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DALLAS — The gunman who killed seven people in West Texas over Labor Day weekend was hospitalized nearly two decades ago at a psychiatric facility, where he punched a hole in a wall and menaced security staff with a piece of pipe pried from a toilet before being arrested, according to police.

Seth Ator was being treated in July 2001 at an in-patient facility in Waco, about 105 miles (169 kilometers) south of Dallas, when he became so violent that staff called the police, Assistant Chief Robert Lanning said Wednesday.

The next month, Ator, then 18, tried to break into a woman's bedroom after threatening to kill her brother, according to arrest reports obtained by The Associated Press. A day after the attempted break-in, he jumped from a second-floor window to evade authorities but was eventually taken into custody and back to the hospital, where staff determined he had "suicidal tendencies," the documents
show.

It is unclear whether the events nearly two decades ago in Waco and the suburb of Lorena have any bearing on the Aug. 31 mass shooting that stretched from Midland to Odessa, some 350 miles away. It also is unknown whether the hospitalization affected a federal background check that a law enforcement official said blocked Ator from buying a gun in 2014 because of a "mental health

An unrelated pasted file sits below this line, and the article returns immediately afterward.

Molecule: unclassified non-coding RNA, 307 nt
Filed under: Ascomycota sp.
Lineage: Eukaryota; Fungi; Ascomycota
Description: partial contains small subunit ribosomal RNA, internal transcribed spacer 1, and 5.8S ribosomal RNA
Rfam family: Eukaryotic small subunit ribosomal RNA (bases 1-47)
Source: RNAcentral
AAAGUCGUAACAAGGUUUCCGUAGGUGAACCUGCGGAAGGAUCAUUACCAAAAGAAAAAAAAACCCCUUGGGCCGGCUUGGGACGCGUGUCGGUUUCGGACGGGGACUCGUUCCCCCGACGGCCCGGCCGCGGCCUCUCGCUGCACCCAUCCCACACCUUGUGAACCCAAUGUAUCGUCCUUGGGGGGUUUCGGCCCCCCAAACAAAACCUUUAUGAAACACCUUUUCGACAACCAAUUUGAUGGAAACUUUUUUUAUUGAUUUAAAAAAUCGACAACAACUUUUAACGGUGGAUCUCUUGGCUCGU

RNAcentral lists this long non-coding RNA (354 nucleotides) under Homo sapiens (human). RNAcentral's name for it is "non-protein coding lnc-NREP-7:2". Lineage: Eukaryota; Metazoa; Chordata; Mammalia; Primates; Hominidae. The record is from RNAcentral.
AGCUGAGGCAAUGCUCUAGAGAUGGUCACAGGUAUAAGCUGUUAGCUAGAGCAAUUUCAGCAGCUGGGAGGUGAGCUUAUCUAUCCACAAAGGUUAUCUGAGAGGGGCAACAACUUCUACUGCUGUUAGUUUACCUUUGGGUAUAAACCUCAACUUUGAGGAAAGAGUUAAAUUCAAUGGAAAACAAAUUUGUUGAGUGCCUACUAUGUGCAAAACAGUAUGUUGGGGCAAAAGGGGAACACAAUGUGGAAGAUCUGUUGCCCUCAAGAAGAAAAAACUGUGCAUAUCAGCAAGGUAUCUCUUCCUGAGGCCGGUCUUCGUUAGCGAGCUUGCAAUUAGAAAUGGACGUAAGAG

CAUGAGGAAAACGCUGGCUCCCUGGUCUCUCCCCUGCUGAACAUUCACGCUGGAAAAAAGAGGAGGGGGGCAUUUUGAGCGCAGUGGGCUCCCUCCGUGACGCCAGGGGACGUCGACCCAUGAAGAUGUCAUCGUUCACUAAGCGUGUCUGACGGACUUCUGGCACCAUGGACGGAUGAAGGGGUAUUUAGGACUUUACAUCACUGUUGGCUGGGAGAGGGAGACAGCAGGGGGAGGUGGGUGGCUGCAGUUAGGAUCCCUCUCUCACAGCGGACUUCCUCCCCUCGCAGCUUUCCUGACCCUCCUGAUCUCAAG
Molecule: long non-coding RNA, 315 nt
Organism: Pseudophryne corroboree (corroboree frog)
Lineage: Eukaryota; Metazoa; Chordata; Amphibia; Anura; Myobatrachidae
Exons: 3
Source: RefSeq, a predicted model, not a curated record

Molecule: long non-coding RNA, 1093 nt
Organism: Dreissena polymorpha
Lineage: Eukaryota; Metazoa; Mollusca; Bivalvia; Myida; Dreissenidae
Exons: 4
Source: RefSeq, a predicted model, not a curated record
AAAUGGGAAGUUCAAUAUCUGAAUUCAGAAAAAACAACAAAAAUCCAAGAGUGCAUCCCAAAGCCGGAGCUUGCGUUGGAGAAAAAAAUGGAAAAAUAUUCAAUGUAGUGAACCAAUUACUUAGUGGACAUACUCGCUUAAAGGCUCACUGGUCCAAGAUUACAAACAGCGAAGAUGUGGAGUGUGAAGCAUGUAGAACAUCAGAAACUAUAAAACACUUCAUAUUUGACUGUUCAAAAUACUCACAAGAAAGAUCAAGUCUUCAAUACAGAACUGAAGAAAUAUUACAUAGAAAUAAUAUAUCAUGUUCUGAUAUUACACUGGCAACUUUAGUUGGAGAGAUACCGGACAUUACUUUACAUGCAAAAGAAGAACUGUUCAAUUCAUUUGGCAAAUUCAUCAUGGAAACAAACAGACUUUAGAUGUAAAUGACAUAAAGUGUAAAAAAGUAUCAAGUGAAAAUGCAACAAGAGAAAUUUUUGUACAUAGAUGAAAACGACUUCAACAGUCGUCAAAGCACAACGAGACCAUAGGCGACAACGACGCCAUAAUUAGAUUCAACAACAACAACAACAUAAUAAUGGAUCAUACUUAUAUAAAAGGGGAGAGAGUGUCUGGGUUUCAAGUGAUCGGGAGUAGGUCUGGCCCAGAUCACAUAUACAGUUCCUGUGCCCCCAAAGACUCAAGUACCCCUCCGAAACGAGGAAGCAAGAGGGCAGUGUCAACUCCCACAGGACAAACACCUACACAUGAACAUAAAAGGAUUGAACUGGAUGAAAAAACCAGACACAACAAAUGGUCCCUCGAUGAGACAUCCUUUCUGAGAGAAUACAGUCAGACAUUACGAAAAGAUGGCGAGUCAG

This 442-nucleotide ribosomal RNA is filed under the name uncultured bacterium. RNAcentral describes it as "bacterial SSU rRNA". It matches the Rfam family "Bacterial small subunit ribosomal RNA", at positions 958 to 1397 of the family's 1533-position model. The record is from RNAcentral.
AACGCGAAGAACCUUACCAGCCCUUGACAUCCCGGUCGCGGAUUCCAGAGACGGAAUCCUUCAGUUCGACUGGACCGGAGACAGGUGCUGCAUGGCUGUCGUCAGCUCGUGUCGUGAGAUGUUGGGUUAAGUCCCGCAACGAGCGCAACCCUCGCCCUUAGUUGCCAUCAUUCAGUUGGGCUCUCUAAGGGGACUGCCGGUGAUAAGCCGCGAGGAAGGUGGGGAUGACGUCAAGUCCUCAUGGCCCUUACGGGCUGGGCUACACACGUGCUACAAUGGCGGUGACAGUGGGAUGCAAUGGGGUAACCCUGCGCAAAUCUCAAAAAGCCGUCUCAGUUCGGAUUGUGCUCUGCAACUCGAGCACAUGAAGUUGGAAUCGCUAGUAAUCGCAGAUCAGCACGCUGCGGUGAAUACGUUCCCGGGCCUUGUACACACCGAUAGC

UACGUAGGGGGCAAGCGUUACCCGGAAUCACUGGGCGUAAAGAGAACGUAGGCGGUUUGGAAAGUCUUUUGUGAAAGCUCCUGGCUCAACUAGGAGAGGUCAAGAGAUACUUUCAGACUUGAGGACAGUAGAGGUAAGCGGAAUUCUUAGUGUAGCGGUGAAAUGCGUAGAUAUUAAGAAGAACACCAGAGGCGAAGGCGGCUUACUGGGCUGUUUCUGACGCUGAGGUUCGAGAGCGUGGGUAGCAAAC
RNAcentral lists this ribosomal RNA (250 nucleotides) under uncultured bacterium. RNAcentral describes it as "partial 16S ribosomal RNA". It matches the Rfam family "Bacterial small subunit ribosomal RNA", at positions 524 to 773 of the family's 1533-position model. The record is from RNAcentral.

issue."

But an interview with Waco police and reports from the McLennan County Sheriff's Office portray a young man who was deeply troubled 18 years before authorities say he opened fire in a rolling rampage that spanned 10 miles. They emphasize a long history of alarming and threatening behavior that did not, ultimately, prevent Ator from obtaining an assault-style
rifle.

Officers killed Ator, 36, outside a busy Odessa movie theater after shootings that lasted more than an hour and injured around two dozen people in addition to the dead.

Asked about Ator's 2001 arrest, the FBI declined to comment on its investigation into the shooting.

Investigators are looking into how Ator obtained the rifle he used despite failing a background check. Last week, they searched the home of a man in Lubbock, who they believe was involved in the "transfer" of the weapon, a federal law enforcement official previously told the AP. The official said federal agents are investigating whether the Lubbock man has been manufacturing firearms but that there have been no
arrests.

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